Day 11
(December 31st, 2014 - New Year’s Eve)

We had the day at our dis­pos­al. With the sub­way, we went to Shibu­ja again on our own, with­out a guide. That worked out well, we already know a lit­tle bit about the pro­ce­dure - but still a some­what queasy feel­ing of being alone in a for­eign coun­try remained. First we vis­it­ed the famous cross­ing again and took a new pho­to in bet­ter weather.

Then we walked around Shibuya and when it got dark we took the sub­way back home.

In the evening we had a table reserv­tion for the New Year’s Eve cel­e­bra­tion in the restau­rant “Musashi” on the “Skytree”. The tele­vi­sion tow­er is a land­mark of Tokyo. It was opened on May 22, 2012 and is with a total height of 634m cur­rent­ly the high­est tele­vi­sion tow­er and the sec­ond high­est build­ing on earth after the Burj Khal­i­fa in Dubai. There are two view­ing plat­forms. At an alti­tude of 350 metres, behind large win­dows, there is a restau­rant, a café and shops. The high­est plat­form is at 450 metres. We first went to the very top and had an incred­i­ble view over the gigan­tic met­ro­pol­i­tan area with its night­ly lights.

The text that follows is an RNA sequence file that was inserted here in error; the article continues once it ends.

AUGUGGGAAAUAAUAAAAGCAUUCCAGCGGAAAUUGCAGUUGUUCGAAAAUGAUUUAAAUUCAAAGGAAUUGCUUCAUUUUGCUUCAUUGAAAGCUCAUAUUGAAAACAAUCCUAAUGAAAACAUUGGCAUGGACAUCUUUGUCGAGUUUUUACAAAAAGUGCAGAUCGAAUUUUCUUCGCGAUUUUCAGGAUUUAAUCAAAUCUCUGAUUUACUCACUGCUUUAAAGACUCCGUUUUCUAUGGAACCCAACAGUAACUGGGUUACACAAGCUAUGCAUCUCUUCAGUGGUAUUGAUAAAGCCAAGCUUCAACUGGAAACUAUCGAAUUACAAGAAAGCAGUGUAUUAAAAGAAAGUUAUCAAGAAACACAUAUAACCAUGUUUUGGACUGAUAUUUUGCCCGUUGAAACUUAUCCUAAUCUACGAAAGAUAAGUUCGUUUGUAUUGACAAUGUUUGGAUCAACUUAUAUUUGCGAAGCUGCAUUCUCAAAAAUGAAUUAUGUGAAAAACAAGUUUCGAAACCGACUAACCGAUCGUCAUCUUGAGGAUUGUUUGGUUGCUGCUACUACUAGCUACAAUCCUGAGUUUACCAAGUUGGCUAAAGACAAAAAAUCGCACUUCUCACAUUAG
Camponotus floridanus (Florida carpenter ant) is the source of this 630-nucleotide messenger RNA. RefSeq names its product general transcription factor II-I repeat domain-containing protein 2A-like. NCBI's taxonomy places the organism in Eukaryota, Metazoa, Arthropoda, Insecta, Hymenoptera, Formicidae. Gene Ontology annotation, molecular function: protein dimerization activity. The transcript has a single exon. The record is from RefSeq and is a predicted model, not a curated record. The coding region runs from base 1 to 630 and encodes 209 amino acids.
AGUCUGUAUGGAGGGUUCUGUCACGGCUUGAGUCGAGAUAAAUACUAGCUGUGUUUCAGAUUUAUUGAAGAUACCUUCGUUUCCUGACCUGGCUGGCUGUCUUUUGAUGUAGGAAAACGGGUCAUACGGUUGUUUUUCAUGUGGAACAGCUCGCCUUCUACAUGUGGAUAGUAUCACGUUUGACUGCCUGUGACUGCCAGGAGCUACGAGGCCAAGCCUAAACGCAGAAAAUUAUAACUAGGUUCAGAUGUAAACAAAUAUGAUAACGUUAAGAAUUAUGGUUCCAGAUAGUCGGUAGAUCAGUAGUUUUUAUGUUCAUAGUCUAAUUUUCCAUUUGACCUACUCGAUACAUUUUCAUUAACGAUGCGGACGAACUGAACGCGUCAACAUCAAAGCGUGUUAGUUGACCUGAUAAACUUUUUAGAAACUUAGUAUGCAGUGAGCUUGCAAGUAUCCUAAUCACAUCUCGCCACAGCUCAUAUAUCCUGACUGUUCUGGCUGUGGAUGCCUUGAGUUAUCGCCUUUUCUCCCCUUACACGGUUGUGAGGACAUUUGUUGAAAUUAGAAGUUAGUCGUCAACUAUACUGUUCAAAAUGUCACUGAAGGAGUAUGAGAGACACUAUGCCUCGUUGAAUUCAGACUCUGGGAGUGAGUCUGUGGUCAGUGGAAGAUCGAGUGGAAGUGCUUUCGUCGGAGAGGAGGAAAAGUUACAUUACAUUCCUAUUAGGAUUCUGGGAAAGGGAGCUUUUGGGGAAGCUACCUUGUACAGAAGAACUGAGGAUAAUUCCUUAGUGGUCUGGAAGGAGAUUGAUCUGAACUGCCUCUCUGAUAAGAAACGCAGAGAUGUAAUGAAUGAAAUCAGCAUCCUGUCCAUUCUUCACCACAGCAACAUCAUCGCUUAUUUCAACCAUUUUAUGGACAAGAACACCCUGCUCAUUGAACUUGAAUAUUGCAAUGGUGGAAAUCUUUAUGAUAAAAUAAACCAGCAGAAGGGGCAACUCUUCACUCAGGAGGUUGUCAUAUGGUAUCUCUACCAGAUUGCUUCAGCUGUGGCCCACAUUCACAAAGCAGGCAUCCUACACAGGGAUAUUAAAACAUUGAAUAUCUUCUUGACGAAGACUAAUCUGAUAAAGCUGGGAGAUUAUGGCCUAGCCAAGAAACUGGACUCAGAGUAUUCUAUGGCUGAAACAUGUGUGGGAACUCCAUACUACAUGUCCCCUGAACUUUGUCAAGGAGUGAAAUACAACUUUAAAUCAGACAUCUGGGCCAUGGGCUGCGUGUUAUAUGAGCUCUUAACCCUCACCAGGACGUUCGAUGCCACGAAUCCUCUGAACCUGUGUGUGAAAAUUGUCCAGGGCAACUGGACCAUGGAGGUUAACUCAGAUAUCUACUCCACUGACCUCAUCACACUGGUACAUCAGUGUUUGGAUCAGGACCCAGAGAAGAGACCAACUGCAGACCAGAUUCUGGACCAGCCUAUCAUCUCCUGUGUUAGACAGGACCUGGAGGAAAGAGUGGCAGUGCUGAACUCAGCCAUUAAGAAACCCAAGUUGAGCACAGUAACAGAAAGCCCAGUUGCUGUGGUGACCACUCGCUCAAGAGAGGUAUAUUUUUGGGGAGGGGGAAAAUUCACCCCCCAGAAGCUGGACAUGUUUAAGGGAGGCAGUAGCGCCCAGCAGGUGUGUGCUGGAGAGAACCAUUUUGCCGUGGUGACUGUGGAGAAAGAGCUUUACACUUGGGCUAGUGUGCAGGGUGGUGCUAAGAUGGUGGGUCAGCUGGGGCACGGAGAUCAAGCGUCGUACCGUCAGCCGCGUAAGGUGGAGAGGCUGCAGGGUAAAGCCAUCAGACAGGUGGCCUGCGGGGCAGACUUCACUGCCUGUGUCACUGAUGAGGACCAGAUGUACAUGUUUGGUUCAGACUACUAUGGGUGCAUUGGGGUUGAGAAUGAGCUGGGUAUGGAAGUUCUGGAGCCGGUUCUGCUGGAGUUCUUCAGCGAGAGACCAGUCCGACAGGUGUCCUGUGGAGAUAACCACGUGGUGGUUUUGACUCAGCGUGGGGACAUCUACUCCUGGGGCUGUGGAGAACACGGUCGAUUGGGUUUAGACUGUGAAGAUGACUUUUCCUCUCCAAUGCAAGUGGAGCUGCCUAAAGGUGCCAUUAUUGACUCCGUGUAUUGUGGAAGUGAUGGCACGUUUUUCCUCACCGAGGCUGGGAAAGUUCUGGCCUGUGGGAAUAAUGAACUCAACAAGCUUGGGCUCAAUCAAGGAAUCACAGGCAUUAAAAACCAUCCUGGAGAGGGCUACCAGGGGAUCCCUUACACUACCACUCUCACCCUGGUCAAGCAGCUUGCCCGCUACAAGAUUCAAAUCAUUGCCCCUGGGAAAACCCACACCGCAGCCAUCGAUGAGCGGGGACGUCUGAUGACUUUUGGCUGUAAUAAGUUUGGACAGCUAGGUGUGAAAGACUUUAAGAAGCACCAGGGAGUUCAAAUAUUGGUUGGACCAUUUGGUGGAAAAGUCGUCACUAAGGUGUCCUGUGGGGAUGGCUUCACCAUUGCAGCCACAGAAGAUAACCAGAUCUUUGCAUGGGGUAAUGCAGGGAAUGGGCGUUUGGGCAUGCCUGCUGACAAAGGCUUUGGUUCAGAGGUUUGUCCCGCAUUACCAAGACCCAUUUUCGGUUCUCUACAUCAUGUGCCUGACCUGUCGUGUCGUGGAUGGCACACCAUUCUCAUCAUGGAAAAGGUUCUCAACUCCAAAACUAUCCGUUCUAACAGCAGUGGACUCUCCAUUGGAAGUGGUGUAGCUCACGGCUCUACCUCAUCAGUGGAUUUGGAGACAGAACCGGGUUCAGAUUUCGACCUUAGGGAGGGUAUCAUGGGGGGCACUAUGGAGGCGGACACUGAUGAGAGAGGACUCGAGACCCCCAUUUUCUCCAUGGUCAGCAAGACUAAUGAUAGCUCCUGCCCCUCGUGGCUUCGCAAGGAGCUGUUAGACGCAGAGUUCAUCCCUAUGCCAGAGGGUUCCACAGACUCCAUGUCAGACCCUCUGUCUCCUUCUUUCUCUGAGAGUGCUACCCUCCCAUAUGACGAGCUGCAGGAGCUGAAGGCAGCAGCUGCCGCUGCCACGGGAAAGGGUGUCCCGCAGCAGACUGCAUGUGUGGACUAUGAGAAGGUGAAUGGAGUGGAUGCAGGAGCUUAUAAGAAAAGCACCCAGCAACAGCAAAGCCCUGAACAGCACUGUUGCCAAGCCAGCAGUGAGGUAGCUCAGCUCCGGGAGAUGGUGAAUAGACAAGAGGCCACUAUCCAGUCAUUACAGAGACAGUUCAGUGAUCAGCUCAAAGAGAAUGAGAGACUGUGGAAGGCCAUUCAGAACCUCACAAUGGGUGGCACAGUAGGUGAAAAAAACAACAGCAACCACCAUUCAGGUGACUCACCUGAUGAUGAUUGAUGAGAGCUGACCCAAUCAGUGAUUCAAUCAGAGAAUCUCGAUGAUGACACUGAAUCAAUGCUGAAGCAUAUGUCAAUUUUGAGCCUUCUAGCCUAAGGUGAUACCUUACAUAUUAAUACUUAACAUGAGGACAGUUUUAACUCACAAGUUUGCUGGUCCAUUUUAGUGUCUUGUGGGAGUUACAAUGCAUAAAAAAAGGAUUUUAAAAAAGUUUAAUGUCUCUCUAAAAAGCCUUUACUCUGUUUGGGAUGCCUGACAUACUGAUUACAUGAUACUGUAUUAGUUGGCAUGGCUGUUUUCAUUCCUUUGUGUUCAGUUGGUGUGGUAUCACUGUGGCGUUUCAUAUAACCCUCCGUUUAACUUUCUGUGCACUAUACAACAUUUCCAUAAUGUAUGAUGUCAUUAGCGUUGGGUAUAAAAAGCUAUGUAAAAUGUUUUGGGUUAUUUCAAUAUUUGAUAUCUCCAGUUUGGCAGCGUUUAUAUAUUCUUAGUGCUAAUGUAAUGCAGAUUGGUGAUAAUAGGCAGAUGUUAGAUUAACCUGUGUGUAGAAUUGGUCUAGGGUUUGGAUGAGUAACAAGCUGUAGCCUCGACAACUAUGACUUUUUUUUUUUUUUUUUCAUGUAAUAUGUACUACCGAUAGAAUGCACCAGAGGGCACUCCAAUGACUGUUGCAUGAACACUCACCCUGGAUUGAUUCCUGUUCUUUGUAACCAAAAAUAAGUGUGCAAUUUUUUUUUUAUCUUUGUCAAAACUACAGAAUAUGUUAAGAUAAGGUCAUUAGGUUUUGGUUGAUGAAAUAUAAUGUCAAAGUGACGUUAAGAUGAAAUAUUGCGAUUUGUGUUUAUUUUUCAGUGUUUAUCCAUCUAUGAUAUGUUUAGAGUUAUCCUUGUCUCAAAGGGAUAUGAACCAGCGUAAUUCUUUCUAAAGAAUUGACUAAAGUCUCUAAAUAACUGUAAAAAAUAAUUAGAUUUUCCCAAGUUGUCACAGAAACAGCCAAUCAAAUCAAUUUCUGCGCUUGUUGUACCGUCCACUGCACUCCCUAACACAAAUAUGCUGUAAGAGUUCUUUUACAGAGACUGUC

In the restau­rant we ate very deli­cious French-Japan­ese food. The food was exquis­ite, here are some pictures:

The view over Tokyo is spec­tac­u­lar, unfor­tu­nate­ly the restau­rant does not rotate like in oth­er TV-Tow­ers. From up there, you can see all of the gigan­tic dimen­sions of the city. Tokyo stretch­es to the hori­zon and then merges seam­less­ly into the oth­er cities of the met­ro­pol­i­tan region. With 36.9 mil­lion inhab­i­tants it is the biggest met­ro­pol­i­tan region in the world.

Unfor­tu­nate­ly, we could not stay until mid­night. There are also no New Year’s Eve fire­works in Japan. The turn of the year is cel­e­brat­ed rather con­tem­pla­tive­ly. Japan­ese peo­ple usu­al­ly go to a Shin­to shrine at mid­night to wait for the new year. After mid­night they pray there for health, hap­pi­ness and wealth for the New Year. So we were very kind­ly com­pli­ment­ed out around 10:00 pm and took a taxi back to our hotel. There we met in a hotel room.

Our daugh­ter had dec­o­rat­ed the table with typ­i­cal Japan­ese New Year’s Eve dec­o­ra­tions (small fig­urines, ani­mal of the year cards, chains). At the turn of the year we toast­ed with sparkling wine from paper cups, which we had pre­vi­ous­ly bought in a Com­bi­ni (a Japan­ese con­ve­nience store). That was a com­plete­ly dif­fer­ent expe­ri­ence. Around mid­night we called home, which was received with aston­ish­ment by the peo­ple who stayed home, because there, at around 2 pm local time in the after­noon, the New Year’s Eve prepa­ra­tions there were still in full swing.